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Continuity is key
18 May 2017
John Robb explores the impact of a disaster on financial stability, legal culpability, operational resilience and reputation.
THE RANGE of threats that could trigger emergency procedures within a commercial building has expanded significantly in modern times. While fire has traditionally been identified as the dominant threat, a number of related risks now exists, including terrorism, extreme weather, civil unrest and major crime. All of these threats are potentially exacerbated by increasing urbanisation, which, in some cases, is creating a densely-populated and complicated built environment in which the effects of an emergency can quickly ripple outwards.
The diversity of risks facing commercial buildings and the additional challenges posed by the complicated layout and usage of buildings and the communities in which they exist combine to create a daunting prospect for those people with responsibility for the safety of buildings. However, the fundamental approach of undertaking a risk assessment, implementing appropriate measures in response to this and regularly reviewing the risk profile remains the most effective way to ensure protection.
Life safety is, of course, the priority. In 2015-2016, according to UK fire statistics published by the Home Office, there were 15,984 fires in non-domestic buildings, including industrial premises, offices, leisure venues, health-care facilities, hotels and so on. These led to 21 deaths and 1,089 casualties requiring hospital treatment, which represents a slight increase on 2014-2015.
The potential consequences of failing to plan properly are difficult to overestimate. The preservation of life has to be the most important motivation but a disaster can also have considerable financial, legal, operational and reputational consequences. According to figures from 2008 released by the Association of British Insurers (ABI), the cost of commercial fire damage in the UK was £865 million.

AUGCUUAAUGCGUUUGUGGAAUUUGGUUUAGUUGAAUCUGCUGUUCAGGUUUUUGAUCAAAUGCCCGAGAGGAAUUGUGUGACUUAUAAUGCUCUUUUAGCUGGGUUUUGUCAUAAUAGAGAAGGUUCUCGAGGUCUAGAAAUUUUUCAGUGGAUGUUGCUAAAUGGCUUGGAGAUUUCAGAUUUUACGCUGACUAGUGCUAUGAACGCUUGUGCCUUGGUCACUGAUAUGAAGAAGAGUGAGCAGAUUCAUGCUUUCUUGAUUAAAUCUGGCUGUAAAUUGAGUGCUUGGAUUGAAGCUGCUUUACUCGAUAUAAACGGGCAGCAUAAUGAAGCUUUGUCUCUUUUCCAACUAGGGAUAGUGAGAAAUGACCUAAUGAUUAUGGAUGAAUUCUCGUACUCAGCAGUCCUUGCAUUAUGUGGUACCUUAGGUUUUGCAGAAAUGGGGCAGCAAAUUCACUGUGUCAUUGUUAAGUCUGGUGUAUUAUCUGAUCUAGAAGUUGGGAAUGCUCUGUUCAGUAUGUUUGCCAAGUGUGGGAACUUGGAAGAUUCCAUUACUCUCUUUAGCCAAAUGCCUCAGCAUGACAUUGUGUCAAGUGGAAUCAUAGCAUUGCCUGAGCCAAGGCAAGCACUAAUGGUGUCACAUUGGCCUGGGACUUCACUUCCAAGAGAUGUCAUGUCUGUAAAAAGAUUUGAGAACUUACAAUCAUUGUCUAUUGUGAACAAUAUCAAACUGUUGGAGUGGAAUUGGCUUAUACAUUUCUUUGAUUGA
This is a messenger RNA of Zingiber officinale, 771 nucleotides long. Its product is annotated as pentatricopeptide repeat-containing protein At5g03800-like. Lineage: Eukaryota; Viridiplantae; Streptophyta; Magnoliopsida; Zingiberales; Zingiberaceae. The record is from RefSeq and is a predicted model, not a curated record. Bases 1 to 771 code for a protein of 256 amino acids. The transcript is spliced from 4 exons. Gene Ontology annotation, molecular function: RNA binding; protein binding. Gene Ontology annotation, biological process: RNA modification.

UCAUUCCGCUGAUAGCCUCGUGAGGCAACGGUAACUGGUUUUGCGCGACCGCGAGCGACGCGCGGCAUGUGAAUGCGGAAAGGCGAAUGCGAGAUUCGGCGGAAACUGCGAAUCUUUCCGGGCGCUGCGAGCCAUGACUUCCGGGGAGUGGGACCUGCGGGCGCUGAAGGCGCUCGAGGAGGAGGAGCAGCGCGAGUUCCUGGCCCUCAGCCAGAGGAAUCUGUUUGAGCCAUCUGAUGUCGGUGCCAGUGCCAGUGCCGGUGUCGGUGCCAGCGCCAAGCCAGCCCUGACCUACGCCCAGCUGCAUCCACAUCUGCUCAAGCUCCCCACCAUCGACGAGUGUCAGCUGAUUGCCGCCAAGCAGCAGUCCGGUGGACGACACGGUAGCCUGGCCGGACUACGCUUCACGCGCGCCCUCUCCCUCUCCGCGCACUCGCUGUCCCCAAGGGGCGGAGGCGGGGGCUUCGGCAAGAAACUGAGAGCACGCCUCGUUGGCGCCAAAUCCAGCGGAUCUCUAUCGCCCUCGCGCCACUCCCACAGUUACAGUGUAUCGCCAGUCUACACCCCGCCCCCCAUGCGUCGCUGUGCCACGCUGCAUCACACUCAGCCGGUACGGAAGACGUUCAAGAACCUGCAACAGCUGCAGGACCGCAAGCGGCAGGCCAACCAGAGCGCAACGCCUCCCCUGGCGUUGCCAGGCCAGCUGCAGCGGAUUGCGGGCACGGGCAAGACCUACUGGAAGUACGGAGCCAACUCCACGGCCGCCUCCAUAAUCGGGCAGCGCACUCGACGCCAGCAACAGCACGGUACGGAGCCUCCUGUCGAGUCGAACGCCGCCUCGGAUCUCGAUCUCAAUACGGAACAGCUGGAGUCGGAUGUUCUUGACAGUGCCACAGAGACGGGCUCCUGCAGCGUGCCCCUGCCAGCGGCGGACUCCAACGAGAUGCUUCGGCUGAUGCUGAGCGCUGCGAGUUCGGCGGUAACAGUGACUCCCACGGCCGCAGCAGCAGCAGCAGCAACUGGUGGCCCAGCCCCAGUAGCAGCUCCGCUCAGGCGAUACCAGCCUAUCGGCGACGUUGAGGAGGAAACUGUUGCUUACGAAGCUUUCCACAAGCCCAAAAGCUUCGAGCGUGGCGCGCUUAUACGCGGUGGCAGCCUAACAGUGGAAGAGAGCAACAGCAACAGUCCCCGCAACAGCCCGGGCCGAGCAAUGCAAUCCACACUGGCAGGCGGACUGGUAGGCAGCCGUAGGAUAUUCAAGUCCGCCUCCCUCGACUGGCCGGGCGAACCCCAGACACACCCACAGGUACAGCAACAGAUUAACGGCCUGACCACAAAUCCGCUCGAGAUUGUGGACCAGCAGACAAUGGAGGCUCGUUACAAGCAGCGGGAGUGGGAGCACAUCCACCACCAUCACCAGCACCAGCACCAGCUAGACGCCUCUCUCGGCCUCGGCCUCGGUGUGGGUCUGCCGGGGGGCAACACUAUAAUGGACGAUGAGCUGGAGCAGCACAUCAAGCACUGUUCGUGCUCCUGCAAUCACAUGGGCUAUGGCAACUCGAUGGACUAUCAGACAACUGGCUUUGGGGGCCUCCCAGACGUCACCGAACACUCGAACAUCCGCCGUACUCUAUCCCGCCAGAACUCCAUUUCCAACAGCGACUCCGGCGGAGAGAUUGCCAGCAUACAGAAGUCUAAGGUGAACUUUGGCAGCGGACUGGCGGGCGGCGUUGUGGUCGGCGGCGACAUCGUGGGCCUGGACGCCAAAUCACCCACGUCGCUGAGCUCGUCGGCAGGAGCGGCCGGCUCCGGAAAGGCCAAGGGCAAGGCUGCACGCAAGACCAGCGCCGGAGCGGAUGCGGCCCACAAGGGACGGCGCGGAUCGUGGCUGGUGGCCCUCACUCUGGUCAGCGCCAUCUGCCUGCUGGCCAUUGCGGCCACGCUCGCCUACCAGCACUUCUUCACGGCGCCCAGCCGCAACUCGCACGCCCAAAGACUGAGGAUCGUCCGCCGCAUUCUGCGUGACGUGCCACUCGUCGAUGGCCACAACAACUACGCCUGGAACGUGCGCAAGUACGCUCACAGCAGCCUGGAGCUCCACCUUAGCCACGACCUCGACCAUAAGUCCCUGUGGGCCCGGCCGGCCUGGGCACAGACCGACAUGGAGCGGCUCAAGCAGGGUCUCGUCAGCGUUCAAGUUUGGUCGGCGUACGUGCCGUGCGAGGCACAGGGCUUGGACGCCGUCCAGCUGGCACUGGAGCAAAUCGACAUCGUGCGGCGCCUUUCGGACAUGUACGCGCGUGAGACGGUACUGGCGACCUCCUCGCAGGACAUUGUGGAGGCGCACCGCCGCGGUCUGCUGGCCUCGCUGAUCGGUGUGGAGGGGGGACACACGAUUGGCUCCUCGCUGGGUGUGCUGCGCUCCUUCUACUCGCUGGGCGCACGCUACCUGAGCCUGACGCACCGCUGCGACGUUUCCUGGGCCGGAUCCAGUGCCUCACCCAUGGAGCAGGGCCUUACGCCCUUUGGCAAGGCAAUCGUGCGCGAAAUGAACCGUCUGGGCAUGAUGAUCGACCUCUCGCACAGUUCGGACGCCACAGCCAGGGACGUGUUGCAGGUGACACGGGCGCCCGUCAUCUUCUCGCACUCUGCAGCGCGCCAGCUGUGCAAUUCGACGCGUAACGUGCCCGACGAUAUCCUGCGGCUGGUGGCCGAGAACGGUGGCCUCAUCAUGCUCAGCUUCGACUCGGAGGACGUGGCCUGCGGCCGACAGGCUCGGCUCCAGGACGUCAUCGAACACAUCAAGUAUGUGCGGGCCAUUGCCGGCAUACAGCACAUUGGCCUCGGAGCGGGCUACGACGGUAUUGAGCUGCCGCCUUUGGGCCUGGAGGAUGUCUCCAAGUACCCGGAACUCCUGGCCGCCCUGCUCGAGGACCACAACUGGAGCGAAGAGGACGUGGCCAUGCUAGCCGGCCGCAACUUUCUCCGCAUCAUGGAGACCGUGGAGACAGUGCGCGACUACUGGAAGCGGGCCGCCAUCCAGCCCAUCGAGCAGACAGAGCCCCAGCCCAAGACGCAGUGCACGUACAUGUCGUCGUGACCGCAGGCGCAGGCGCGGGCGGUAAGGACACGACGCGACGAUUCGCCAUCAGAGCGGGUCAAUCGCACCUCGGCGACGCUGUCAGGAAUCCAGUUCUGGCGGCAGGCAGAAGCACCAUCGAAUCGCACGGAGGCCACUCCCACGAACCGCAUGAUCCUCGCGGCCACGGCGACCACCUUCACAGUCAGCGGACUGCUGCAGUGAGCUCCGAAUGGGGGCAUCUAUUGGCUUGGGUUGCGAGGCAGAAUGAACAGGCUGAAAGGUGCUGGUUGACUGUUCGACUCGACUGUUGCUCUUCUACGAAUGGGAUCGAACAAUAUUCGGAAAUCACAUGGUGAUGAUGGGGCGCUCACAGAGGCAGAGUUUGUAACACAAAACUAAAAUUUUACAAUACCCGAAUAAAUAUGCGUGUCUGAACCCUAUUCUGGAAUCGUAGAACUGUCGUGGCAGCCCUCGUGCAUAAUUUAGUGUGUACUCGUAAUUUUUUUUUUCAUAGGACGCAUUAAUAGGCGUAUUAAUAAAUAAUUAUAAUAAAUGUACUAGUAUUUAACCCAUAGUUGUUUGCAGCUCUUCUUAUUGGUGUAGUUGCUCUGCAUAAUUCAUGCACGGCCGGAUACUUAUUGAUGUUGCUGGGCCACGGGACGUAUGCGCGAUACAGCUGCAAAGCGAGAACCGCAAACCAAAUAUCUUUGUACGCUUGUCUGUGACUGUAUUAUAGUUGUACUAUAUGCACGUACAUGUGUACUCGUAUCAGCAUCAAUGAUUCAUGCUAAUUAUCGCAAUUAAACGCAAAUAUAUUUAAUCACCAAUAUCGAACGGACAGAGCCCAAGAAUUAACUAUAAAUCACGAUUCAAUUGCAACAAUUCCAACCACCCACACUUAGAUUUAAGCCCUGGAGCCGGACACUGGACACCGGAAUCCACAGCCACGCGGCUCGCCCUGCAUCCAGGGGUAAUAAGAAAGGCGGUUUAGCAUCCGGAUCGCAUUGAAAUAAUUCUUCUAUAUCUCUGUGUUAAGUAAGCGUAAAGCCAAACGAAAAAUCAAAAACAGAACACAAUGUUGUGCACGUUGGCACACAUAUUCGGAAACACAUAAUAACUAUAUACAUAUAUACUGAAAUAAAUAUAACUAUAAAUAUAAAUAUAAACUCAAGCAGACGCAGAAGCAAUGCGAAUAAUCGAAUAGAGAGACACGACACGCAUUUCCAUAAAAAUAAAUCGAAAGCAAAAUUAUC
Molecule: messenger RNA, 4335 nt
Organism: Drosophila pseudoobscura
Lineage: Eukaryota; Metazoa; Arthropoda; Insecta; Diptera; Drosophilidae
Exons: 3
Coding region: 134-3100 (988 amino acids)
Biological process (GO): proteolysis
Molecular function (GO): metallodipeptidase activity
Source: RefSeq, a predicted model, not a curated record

From a legal perspective, organisations in the UK must consider not only the Regulatory Reform (Fire Safety) Order 2005 but also the Corporate Manslaughter and Corporate Homicide Act 2007, under which court proceedings may be brought against companies and organisations for serious management failings resulting in a gross breach of duty of care.
In 2016, new sentencing guidelines were issued to judges considering cases relating to health and safety breaches. These guidelines introduced unlimited fines and stated that they could not be covered by insurance. The potentially devastating impact on company finances is not difficult to imagine.
The liability of individuals is a particular focus of the new guidelines, illustrated by the fact that the number of directors prosecuted under the Health and Safety at Work, etc. Act more than tripled after the guidelines came into effect, going from 15 in 2014-2015 to 46 in 2015-2016.
An additional concern is the reputational damage that can result from neglecting to take all reasonable steps to ensure the safety of the people in the building for which you are responsible. According to research from the international insurance company ACE Group, 81 per cent of companies in EMEA regard reputation as their most significant asset.